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Tiger slogs to the top on wet PGA course

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LOUISVILLE, Ky. — The course is wet, the weather is humid and the pace of play is slow. On top of that, Tiger Woods is on his game.

All in all, this is not exactly a dream week for the rest of the field at the 82nd PGA Championship.

Woods shot a 6-under-par 66 to share the lead with Scott Dunlap after Thursday's lengthy opening day at Valhalla Golf Club.

Slow play forced a suspension of play as darkness fell on 18 players still on the course.

To make matters worse, the course was hit with more than 3 inches of rain overnight. The conditions forced PGA officials to delay the start of Friday's play by an hour.

That means the second round probably will not be completed Friday, and those still on the course will have to finish their rounds Saturday morning before the cut can be made and the third round can get underway.

Course workers were out early Friday, spreading wood chips over the wettest of the high-traffic areas. Mud had flowed across the walkways and cart paths, and the huge mounds surrounding the 18th green had become as slippery as ski slopes.

As the first players teed off in the second round, helicopters hovered overhead.

The forecast was for gradually clearing skies and cooler temperatures after a week of high heat and humidity.

Woods, not scheduled to tee off in the second round until midafternoon, played with Jack Nicklaus and reigning Masters winner Vijay Singh in the first round. Woods had seven birdies, including four in a row and five in the span of six holes, Thursday to continue his onslaught in golf's premier events.

"There is no stopping him," said Dunlap, who has won tournaments in Canada, South Africa, Argentina and Peru — but none on the PGA Tour.

Woods is seeking his fourth victory in the last five major championships. He could become the first player to win consecutive PGA titles since Denny Shute in 1936 and 1937. He could also become the first person to win three Grand Slam events in the same year since Ben Hogan in 1953.

Since shooting a 75 and a 72 in the first two rounds of the Masters, Woods has played 11 rounds at 44-under in the major championships.

Woods said he isn't driven by matching Hogan's feat.

"The funny thing about that is I really haven't thought about it," he said. "I haven't looked at it that way. I have looked at the fact that I am trying to win a PGA Championship and a major.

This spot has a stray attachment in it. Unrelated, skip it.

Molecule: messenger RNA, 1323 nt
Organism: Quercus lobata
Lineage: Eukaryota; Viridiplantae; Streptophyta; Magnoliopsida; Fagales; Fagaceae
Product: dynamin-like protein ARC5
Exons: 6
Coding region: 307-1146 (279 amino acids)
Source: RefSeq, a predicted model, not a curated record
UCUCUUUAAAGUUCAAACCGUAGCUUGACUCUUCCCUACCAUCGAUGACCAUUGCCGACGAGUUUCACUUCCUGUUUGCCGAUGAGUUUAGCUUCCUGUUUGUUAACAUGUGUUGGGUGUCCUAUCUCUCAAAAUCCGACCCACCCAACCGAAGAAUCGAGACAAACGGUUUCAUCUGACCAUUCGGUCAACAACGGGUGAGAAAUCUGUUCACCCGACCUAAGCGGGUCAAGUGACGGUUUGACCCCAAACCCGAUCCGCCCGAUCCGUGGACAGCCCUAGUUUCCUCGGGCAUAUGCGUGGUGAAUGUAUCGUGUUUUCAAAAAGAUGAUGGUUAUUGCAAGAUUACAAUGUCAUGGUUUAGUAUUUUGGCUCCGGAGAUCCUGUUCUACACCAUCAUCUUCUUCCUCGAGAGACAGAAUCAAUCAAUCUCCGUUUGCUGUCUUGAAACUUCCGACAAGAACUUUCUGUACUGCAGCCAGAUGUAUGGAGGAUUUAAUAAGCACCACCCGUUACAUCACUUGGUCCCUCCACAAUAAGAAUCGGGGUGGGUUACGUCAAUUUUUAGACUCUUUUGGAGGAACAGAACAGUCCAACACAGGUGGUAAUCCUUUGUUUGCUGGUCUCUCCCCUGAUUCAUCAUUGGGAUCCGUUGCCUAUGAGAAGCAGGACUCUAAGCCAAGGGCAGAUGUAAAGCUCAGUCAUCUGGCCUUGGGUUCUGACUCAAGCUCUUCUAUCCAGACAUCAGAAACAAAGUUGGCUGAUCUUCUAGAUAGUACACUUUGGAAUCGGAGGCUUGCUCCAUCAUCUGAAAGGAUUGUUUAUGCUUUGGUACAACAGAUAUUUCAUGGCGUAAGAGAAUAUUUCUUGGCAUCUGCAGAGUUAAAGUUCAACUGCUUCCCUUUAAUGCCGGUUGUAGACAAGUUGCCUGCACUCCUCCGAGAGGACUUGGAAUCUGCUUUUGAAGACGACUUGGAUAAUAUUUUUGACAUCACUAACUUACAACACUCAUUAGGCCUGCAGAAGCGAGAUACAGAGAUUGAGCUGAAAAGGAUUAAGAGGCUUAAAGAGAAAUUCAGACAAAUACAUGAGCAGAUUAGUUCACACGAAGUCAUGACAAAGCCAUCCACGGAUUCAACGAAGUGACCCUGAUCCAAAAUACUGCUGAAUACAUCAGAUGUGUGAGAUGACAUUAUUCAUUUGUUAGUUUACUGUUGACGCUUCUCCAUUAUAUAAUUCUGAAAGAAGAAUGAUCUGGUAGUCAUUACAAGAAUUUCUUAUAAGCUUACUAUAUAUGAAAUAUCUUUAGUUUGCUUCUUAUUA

"Where the chips may fall after that, let them fall."

Woods missed several other birdie putts inside 15 feet. He nearly eagled the closing hole when his sand shot caught most of the hole, and settled for birdie when he hit the 3-foot comebacker.

Nicklaus, playing his first competitive round with Woods, was amazed by what he saw.

"He shot the easiest 66 today, and he missed half a dozen opportunities," said Nicklaus, who labored in the heat for a 77. "Phenomenal control, phenomenal concentration. That was a real treat to watch."

Woods only used his driver on two holes, and those drives were measured at 331 and 328 yards.

For his part, Dunlap — set to tee off early in the afternoon in Friday's second round — enjoyed his moment in the spotlight. He has never finished higher than third in 108 tour events, and his best effort in the majors is a tie for 10th at last year's British Open.

Despite missing as many cuts (5) as he's made in major championships, Dunlap said there's always hope of an upset win.

"Hey, you never know when your first one is going to be," Dunlap said.

The 37-year-old Pittsburgh native had never shot lower in a major championship than the 68 he shot in the opening round of the British Open last month. But he followed that with a 78 and missed the cut.

In his only previous PGA appearance, last year at Medinah, Dunlap tied for 68th, 21 shots behind Woods.

But on Thursday he holed a wedge from 30 yards for eagle on the second hole and added five birdies.

Two shots back after 68s were Northern Ireland's Darren Clark and 1997 PGA champion Davis Love III.

J.P. Hayes, Fred Funk, Stephen Ames and Edward Fryatt — who only made it into the field as an alternate for the injured Steve Elkington — each shot 69.

Ernie Els, second in each of the year's first three majors, had a 74. So did Colin Montgomerie, seeking to win his first major in 38 tries.

Among those unable to complete their first rounds were Jonathan Kaye, Tom Kite and Stuart Appleby, each of whom were 2 under when play was called off Thursday.